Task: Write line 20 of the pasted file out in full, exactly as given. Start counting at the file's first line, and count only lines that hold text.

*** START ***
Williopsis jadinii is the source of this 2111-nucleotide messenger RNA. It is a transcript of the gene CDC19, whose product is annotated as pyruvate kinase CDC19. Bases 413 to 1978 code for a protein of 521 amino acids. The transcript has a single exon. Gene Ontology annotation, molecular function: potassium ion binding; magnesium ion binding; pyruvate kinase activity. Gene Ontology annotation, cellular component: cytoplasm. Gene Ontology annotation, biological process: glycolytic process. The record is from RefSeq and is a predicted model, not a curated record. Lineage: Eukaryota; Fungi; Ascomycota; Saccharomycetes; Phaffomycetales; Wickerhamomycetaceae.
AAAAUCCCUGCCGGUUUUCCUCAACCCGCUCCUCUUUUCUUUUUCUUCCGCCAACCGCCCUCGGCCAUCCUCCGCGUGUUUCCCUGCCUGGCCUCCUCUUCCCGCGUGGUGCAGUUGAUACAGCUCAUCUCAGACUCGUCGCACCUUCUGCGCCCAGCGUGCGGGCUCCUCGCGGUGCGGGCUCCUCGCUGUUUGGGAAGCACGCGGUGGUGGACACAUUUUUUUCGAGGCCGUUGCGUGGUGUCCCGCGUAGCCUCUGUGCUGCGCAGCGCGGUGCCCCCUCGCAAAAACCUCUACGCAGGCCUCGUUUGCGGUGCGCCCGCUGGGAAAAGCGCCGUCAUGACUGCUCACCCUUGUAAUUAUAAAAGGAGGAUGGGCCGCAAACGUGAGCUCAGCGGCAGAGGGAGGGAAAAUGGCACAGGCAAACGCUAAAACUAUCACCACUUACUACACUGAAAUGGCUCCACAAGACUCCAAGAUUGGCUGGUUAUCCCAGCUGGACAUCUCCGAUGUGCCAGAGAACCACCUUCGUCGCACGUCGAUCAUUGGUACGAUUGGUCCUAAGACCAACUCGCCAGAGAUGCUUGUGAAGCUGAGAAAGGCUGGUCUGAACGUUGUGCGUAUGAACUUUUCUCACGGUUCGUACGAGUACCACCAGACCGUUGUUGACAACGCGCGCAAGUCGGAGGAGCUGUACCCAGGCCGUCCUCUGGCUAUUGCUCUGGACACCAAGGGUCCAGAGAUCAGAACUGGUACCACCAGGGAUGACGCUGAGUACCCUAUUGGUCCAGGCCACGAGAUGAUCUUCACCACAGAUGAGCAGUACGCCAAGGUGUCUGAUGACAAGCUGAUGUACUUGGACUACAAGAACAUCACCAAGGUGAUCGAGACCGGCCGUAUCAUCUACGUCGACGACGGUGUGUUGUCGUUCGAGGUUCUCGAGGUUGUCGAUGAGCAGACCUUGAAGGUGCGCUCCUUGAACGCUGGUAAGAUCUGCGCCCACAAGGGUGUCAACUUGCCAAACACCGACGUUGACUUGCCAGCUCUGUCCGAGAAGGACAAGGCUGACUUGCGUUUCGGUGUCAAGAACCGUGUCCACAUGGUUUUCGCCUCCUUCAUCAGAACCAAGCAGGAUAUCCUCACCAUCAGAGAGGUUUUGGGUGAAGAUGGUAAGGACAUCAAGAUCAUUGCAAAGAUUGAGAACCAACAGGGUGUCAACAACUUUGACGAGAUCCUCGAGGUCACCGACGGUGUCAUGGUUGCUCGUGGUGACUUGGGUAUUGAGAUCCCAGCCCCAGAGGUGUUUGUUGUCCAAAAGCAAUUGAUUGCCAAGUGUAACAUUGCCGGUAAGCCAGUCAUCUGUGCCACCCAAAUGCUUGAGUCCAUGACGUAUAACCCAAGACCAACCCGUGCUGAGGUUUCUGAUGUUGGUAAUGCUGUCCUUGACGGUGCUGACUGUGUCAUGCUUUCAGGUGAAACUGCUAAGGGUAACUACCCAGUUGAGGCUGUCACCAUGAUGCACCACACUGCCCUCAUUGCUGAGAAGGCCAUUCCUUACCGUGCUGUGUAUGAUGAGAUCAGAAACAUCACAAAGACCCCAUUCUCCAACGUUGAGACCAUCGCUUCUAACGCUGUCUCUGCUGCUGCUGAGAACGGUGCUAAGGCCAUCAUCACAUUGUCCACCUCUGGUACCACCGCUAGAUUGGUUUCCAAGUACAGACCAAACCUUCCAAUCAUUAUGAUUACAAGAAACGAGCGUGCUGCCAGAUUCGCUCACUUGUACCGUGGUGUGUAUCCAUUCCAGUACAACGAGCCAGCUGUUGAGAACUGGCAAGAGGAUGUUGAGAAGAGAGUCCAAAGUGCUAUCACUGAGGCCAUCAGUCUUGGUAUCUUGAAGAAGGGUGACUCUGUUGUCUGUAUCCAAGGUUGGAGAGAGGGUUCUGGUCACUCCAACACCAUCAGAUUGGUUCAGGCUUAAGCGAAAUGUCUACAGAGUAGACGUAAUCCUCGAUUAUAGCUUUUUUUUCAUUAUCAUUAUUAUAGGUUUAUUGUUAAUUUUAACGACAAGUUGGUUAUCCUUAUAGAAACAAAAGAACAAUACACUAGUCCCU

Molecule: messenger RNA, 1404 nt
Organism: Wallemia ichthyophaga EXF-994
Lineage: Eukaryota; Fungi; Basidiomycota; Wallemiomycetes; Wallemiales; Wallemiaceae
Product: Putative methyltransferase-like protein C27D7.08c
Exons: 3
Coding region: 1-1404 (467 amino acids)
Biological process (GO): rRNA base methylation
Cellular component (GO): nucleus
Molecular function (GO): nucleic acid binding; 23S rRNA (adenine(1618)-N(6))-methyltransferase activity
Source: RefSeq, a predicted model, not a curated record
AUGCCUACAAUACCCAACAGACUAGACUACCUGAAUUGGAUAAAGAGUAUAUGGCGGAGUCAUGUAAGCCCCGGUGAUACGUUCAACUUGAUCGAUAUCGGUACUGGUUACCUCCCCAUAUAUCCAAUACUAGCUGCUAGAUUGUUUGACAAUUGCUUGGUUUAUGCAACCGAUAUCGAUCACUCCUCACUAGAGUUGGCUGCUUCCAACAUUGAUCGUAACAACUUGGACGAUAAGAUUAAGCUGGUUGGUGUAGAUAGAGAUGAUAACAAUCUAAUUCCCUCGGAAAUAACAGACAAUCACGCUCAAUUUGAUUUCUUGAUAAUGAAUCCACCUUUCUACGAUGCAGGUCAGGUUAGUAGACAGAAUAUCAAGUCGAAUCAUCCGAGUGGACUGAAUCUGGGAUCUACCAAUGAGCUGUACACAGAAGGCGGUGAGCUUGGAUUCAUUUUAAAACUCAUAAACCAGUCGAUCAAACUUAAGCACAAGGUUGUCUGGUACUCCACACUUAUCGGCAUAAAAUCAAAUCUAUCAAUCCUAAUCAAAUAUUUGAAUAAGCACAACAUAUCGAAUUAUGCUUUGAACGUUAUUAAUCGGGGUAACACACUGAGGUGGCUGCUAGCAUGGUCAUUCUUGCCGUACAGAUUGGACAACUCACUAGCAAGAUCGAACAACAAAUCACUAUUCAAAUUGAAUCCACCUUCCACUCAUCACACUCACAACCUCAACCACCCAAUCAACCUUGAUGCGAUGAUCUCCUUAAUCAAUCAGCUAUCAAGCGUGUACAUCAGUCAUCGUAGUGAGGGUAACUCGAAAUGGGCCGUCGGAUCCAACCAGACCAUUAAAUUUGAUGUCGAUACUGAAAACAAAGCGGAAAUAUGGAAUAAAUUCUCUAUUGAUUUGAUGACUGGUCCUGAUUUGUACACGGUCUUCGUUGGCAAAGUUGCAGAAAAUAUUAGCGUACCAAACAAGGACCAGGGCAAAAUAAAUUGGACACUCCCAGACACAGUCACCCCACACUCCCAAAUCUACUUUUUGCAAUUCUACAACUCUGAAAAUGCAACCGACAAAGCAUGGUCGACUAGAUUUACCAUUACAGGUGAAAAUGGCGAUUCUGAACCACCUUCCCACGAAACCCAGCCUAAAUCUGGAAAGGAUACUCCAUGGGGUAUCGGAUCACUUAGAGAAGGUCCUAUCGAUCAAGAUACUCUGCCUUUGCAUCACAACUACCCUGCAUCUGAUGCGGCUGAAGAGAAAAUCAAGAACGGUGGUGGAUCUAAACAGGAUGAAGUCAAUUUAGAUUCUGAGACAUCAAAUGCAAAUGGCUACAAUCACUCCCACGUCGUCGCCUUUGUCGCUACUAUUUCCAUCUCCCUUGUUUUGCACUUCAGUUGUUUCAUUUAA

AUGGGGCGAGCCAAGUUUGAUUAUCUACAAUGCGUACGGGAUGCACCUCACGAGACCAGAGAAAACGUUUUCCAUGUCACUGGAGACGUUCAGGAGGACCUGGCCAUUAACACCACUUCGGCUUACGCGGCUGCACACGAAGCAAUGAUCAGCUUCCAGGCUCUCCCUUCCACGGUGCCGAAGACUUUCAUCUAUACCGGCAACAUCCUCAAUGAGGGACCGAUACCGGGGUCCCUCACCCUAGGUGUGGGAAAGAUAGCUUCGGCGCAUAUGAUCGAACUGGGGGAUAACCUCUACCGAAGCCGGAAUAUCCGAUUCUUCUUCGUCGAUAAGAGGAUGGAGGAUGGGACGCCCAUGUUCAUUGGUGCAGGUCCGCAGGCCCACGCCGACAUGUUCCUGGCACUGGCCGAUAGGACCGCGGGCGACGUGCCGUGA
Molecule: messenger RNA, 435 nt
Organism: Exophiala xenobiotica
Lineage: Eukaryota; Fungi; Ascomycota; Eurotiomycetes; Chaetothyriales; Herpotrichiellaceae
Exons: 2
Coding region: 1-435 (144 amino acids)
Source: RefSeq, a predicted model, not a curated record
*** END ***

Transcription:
Source: RefSeq, a predicted model, not a curated record